During the latest webinar produced by WWD, “Fashion’s Rebound,” Sherene Hilal, senior vice president of marketing and operations at Bluecore joined WWD executive editor Arthur Zaczkiewicz in discussing consumer trends and predictions heading into a digital-first holiday season.
In the past, for a retailer to meet a consumer where they were, it was about physical proximity and price. “Fast forward, past the era of Amazon and we’re now in this arena I like to call personal commerce, where every shopping experience can be encoded to the individual,” Hilal said. “It’s no longer just about price and proximity it’s about curating the best product and context to set up someone’s preferences, every single time.”
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As a result, there has been a shift in the consumer mind-set around convenience and value and further a discrepancy between the current state of retail and the modern consumer. With so much access to information, the modern consumer has changed the way of the economy and what a brand must represent.
“You see it all around us, consumers caring about sustainability, while making customization selection and if you don’t get the informed consumer what they need to buy, we’re left with that subset that falls back on price, making it harder and harder for your brand to be profitable,” Hilal said.
According to Hilal, there are a number of variables and environments of today’s informed buyer. The first variable is e-commerce as a place of exploration and evaluation. Whereas stores were previously the best equipped to facilitate discovery, advancements in personalization technology, “e-commerce is the epicenter of the most successful brands.”
The second variable is digital transformation. Legacy technology for e-commerce is built for transactions but does not support lifetime value commerce.
“At Bluecore, we think of digital transformation not just through the lens of automation, but through the lens of intelligence,” Hilal said. “Artificial intelligence and applications like machine learning are what make it possible to cater to the informed buyer through every step of the exploration and evaluation phase. Personalization technology that can also execute real-time decisions, supports the transformation of a store-first retailer to a digital-first retailer by taking each individual and their preferences and turning them into the right product, content and offer recommendations that facilitate a shopper buying again and again wherever they are.”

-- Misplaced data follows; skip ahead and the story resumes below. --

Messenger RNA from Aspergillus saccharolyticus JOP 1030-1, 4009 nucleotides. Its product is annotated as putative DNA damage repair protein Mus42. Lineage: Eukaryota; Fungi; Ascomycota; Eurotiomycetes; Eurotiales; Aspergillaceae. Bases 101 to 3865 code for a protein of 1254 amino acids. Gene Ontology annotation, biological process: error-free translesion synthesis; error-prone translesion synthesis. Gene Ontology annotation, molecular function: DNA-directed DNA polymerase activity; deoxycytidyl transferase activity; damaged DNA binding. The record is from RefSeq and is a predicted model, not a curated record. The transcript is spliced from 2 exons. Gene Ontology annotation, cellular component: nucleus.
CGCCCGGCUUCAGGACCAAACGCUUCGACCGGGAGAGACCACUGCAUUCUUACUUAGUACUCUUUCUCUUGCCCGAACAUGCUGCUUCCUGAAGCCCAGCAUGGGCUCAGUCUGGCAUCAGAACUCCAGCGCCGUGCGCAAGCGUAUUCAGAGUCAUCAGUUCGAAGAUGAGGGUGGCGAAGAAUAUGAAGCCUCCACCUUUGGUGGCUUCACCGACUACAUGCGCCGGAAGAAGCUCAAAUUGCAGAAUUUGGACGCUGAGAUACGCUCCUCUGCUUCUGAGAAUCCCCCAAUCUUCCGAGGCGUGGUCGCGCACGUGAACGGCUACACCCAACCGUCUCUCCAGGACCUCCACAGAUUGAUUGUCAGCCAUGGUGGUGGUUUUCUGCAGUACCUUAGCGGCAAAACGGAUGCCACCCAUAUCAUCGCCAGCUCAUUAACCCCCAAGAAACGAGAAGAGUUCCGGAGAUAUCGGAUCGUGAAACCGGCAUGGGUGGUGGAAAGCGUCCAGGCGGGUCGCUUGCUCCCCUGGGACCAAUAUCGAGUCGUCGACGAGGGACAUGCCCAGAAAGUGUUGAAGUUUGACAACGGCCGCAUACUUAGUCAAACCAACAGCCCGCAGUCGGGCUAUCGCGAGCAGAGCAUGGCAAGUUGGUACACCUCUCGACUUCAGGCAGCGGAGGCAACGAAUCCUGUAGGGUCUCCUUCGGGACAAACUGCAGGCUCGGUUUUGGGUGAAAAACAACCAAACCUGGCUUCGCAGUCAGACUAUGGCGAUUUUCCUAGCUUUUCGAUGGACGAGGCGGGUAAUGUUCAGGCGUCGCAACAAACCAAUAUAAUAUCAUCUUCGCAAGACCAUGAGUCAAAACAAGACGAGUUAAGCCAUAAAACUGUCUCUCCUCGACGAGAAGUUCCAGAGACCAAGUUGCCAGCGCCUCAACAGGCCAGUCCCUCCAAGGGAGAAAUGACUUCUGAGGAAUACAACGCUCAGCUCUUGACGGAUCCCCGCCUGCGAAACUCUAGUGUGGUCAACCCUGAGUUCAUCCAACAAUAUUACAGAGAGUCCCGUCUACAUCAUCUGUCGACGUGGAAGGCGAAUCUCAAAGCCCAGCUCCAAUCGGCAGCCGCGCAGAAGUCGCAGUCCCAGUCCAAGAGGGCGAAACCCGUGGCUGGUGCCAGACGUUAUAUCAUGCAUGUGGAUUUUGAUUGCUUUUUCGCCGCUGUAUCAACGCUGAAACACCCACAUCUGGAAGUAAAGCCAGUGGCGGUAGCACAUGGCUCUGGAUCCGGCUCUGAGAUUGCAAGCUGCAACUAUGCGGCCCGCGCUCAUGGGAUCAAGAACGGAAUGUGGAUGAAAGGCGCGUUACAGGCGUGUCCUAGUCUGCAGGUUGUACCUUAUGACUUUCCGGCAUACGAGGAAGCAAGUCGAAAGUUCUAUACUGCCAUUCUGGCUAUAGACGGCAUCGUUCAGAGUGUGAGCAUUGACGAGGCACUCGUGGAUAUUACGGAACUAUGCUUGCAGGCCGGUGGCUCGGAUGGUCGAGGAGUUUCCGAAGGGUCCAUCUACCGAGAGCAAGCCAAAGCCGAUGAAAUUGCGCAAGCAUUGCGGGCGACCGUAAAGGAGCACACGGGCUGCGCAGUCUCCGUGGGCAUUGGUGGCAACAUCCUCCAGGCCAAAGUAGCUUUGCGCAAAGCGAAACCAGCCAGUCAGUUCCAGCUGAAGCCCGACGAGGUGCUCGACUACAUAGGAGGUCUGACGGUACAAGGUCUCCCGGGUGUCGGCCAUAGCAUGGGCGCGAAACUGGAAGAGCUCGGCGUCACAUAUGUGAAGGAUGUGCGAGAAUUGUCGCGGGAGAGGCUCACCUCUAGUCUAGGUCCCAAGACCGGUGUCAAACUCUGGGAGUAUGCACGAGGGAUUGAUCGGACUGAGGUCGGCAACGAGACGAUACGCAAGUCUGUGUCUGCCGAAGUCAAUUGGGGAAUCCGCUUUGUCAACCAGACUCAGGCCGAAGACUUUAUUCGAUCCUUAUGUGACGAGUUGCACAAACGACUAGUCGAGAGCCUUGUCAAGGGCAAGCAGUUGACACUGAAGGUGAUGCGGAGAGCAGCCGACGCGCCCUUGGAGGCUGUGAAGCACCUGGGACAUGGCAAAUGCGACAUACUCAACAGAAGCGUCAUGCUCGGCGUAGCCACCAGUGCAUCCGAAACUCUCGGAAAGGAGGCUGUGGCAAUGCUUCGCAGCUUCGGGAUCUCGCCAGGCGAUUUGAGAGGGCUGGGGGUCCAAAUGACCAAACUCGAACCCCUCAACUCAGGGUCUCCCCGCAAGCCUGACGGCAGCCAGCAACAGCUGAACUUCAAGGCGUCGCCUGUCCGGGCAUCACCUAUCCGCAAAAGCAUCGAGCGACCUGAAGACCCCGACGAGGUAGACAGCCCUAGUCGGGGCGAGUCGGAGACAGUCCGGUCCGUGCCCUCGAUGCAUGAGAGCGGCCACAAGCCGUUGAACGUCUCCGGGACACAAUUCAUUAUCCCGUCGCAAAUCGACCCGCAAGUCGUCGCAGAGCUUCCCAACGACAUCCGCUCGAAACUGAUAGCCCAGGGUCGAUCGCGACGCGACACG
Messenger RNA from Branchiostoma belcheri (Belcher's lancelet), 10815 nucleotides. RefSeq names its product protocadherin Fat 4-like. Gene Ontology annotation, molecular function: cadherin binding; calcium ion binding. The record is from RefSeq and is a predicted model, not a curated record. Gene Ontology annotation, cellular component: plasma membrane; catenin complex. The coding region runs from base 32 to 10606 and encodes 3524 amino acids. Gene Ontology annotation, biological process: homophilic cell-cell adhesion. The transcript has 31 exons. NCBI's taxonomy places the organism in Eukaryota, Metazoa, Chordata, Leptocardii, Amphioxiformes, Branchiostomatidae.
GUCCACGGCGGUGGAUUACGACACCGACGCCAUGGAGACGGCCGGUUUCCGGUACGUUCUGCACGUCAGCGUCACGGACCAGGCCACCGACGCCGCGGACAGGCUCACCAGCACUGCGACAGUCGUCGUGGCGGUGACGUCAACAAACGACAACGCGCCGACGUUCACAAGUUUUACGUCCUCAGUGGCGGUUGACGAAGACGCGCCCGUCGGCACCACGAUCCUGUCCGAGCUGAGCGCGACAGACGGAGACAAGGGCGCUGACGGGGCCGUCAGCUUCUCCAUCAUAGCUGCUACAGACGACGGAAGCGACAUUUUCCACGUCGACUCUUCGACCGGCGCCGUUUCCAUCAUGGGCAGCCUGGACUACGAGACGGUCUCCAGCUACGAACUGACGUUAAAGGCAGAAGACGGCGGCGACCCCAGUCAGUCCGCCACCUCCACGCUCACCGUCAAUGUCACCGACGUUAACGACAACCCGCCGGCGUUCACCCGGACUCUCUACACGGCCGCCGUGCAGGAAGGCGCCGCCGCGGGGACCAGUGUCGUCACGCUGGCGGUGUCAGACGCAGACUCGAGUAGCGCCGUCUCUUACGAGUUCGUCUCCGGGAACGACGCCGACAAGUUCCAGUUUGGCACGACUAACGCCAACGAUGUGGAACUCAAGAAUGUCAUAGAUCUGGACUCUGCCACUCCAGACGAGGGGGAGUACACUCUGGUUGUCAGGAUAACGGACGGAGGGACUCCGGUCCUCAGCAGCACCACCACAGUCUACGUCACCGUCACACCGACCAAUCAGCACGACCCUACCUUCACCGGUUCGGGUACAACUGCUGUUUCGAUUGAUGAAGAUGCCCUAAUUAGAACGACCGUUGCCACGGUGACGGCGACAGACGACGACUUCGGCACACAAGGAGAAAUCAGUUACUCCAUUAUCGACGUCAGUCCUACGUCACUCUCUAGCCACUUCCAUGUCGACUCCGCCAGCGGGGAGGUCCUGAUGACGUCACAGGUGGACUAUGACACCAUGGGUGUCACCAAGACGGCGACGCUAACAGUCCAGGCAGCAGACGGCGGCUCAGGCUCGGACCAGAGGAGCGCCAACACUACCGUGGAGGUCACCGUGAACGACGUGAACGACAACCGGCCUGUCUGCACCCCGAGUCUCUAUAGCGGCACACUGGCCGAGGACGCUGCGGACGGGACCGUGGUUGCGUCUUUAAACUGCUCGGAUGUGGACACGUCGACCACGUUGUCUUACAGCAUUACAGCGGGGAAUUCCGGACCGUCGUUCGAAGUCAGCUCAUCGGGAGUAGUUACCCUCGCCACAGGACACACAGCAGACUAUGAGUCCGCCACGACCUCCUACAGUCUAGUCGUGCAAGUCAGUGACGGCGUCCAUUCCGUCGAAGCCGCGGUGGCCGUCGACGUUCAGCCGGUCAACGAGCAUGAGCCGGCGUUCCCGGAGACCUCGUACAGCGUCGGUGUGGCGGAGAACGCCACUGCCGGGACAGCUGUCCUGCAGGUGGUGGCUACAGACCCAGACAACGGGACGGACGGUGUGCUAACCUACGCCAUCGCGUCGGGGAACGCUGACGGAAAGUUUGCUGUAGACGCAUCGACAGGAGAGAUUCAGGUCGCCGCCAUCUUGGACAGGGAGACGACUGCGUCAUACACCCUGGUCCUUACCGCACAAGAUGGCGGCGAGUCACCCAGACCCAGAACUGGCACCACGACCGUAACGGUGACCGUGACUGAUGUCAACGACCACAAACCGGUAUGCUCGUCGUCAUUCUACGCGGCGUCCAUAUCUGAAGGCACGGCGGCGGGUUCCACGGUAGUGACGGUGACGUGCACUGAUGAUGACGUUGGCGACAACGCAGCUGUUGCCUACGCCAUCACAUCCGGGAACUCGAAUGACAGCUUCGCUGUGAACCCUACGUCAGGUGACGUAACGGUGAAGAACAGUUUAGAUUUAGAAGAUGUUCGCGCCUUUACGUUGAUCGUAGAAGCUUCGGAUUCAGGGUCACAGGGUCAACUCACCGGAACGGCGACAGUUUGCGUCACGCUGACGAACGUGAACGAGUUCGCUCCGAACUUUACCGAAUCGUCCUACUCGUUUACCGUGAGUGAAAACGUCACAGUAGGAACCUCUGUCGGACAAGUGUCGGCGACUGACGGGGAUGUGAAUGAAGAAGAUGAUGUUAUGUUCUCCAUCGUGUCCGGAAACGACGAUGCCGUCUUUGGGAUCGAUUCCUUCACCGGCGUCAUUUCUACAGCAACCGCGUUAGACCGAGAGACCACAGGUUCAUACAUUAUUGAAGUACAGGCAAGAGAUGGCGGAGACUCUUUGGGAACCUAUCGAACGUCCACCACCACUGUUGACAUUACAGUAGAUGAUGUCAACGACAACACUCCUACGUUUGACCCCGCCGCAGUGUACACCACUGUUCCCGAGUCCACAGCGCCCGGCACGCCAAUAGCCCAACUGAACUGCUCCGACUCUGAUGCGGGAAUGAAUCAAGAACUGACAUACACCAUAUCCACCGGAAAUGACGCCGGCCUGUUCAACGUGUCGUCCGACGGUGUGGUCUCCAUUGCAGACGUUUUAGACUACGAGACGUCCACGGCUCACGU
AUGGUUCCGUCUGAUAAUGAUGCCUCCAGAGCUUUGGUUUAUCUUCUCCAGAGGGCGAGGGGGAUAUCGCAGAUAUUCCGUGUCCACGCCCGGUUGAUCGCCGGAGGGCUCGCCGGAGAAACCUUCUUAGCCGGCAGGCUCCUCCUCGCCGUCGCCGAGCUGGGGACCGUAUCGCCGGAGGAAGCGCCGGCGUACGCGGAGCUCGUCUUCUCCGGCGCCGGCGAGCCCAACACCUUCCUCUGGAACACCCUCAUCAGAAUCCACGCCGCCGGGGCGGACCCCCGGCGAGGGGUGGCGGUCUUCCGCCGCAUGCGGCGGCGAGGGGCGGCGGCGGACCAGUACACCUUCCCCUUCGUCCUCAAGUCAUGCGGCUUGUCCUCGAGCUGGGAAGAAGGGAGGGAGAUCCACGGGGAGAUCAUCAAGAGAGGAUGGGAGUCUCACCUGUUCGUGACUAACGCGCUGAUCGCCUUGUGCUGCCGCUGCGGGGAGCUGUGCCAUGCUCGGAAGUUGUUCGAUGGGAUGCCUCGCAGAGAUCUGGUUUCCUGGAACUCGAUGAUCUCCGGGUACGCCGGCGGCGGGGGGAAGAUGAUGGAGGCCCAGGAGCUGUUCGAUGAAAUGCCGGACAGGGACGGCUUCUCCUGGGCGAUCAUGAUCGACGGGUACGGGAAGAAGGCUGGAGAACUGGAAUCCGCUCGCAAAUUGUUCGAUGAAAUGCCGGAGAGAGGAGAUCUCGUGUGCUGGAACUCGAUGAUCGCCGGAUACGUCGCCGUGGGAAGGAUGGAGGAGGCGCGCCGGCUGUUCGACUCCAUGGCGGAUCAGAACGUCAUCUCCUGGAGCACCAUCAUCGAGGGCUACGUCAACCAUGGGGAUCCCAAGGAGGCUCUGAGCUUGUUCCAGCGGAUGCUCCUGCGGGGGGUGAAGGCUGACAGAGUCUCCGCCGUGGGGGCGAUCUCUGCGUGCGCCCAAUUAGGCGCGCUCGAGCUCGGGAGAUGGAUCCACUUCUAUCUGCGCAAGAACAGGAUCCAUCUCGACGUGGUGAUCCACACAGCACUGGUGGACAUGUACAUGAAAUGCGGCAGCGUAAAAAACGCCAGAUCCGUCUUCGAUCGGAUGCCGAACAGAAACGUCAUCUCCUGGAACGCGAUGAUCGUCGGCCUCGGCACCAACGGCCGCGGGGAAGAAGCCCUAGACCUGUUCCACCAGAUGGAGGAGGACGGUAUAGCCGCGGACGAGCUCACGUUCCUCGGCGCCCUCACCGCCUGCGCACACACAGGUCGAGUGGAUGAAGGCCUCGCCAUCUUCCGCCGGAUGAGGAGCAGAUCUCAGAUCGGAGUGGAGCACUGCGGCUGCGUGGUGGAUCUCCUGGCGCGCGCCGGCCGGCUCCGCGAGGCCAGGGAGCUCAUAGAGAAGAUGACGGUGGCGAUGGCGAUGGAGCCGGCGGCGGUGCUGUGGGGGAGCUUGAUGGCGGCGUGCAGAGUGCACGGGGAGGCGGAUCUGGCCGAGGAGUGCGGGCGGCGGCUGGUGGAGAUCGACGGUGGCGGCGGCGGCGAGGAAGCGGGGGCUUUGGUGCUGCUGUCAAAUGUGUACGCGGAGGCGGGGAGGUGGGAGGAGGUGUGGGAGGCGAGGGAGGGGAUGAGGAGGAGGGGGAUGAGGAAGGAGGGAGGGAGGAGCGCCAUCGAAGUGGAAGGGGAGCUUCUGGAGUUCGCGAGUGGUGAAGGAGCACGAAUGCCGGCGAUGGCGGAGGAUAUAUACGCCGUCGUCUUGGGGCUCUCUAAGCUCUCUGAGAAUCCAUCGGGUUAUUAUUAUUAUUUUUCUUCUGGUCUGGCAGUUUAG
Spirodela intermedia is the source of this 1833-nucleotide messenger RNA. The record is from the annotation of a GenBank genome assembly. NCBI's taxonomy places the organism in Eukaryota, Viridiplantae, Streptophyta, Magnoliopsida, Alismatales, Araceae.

The final variable is the surge in social responsibility and transparency becoming a decision driver for consumers. Consumers want to know that they are buying from brands that not only sell a product that is “best for them” but also aligns with their personal values.
Brands who are getting it right, Hilal said, are those going back to fundamentals. “Similar to revisiting the fundamentals of convenience and value, the most galvanizing brands are looking at their own business models and doubling down on core product value, customer experience, retention and loyalty, and social responsibility.”
Hilal pointed to key examples of brands that have successfully adapted including Madewell and Paula’s Choice. Among legacy luxury brands, she applauded Dior for its adaption of marketing and operational structures to champion accessibility and exclusivity. “I thought it was important to highlight a luxury brand because typically luxury is made up of highly considered purchases at high margins and with little discounting so it bucks the typical vicious cycles,” Hilal said. “And yet, even here Dior is innovating to double down on their mission of true luxury that enhances lifestyle. This means branching out with partnerships with accessible and mainstream brands like Nike, shifting from gowns to more practical daily wear, and supporting their higher price points, not just with high-quality materials, but reinvesting dollars back into education and health programs to benefit women.”
Further, Hilal points out that Dior was also one of the first luxury brands to launch an e-commerce site leaning into digital early on and focusing on online exclusives to broaden their available products in a smart way.